Author(s): Vrinten P, Hu Z, Munchinsky MA, Rowland G, Qiu X
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Abstract Industrial oil flax (Linum usitatissimum) and edible oil or solin flax differ markedly in seed linolenic acid levels. Despite the economic importance of low-linolenic-acid or solin flax, the molecular mechanism underlying this trait has not been established. Two independently inherited genes control the low-linolenic-acid trait in flax. Here, we identified two genes, LuFAD3A and LuFAD3B that encode microsomal desaturases capable of desaturating linoleic acid. The deduced proteins encoded by these genes shared 95.4\% identity. In the low-linolenic-acid line solin 593-708, both LuFAD3A and LuFAD3B carry point mutations that produce premature stop codons. Expression of these genes in yeast (Saccharomyces cerevisiae) demonstrated that, while the wild-type proteins were capable of desaturating linoleic acid, the truncated proteins were inactive. Furthermore, the low-linolenic-acid phenotype in flax was complemented by transformation with a wild-type gene. Codominant DNA markers were developed to distinguish between null and wild-type alleles of both genes, and linolenic acid levels cosegregated with genotypes, providing further proof that LuFAD3A and LuFAD3B are the major genes controlling linolenic acid levels in flax. The level of LuFAD3 transcripts in seeds peaked at about 20 d after flowering, and transcripts were not detectable in leaf, root, or stem tissue. A dramatic reduction in transcript levels of both genes occurred in the low-linolenic-acid solin line, which was likely due to nonsense-mediated decay.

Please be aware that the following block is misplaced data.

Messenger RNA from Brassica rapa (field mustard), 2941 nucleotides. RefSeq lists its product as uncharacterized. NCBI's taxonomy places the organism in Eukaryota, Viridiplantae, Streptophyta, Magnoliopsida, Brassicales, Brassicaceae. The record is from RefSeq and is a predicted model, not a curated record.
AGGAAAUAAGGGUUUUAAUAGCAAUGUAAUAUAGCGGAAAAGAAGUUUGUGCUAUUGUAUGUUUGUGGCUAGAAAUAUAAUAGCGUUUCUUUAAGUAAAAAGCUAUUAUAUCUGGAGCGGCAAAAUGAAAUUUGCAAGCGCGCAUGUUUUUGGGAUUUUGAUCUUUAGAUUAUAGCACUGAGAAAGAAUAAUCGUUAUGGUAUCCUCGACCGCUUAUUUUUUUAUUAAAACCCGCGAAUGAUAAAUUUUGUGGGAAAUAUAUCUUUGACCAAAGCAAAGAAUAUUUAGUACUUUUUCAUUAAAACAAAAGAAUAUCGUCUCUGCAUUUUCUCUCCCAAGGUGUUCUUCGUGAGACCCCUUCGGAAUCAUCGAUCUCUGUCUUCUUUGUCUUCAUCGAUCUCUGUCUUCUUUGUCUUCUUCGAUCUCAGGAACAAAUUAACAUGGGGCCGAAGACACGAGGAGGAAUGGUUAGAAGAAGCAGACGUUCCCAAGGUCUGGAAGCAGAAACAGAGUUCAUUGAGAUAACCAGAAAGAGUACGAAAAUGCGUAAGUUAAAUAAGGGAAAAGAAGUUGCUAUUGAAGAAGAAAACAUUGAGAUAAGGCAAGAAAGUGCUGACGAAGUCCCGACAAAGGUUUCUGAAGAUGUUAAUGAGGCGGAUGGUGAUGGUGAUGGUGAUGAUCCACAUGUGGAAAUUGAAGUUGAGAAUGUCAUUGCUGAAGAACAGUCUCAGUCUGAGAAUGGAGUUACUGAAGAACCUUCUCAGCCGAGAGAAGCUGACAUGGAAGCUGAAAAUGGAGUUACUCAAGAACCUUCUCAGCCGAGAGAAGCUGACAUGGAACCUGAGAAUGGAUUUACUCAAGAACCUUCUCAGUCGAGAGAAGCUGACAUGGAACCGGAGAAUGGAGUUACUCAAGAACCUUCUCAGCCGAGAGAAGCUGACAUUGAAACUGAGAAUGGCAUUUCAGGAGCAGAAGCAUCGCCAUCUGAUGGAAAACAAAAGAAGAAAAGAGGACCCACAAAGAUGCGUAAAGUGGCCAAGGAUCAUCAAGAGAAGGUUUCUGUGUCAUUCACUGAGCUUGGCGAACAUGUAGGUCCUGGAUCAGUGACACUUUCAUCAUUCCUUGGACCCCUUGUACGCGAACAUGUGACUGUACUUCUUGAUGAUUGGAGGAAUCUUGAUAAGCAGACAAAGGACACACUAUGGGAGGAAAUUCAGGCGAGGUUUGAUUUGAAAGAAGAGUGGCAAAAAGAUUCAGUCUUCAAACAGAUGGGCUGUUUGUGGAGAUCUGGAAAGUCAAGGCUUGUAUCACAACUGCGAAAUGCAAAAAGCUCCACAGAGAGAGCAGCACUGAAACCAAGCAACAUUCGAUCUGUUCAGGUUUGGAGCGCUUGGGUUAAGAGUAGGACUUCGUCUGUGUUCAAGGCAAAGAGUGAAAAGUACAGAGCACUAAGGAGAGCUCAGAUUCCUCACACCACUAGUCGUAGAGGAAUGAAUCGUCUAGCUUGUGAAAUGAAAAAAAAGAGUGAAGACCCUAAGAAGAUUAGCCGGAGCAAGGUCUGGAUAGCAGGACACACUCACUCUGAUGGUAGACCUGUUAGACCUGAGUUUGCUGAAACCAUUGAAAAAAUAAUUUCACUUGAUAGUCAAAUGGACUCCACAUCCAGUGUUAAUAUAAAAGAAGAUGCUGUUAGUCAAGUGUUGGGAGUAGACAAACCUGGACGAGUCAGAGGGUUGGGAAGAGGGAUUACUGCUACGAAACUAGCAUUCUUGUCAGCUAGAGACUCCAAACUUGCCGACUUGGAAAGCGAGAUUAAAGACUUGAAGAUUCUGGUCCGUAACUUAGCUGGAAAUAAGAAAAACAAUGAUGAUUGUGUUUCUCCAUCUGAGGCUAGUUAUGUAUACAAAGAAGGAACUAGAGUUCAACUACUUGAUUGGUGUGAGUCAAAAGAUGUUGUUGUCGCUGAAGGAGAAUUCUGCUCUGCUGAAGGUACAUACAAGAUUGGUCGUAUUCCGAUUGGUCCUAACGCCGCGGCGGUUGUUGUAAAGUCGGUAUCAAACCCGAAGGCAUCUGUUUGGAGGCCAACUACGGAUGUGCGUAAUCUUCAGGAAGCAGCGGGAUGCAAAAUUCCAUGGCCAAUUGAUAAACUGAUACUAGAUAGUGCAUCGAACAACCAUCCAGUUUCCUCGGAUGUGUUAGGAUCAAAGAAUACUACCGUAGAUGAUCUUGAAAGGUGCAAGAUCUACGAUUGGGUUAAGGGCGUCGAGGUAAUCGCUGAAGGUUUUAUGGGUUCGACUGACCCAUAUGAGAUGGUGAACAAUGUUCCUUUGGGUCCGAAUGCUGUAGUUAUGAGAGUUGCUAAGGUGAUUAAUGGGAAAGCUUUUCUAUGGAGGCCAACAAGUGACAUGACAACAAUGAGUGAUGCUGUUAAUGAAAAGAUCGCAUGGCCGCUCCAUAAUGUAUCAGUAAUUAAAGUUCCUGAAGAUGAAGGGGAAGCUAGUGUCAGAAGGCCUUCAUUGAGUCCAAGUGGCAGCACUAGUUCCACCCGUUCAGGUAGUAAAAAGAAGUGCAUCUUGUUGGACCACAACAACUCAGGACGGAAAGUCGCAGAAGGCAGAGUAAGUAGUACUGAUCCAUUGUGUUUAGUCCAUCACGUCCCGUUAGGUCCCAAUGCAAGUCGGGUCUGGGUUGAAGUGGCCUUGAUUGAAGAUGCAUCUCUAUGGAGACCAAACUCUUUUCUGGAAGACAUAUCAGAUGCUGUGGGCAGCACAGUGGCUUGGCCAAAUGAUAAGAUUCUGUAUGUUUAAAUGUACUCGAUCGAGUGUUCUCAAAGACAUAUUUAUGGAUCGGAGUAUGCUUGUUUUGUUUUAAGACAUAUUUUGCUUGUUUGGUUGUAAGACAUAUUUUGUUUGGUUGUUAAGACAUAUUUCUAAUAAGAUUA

This article was published in Plant Physiol
and referenced in Journal of Proteomics & Bioinformatics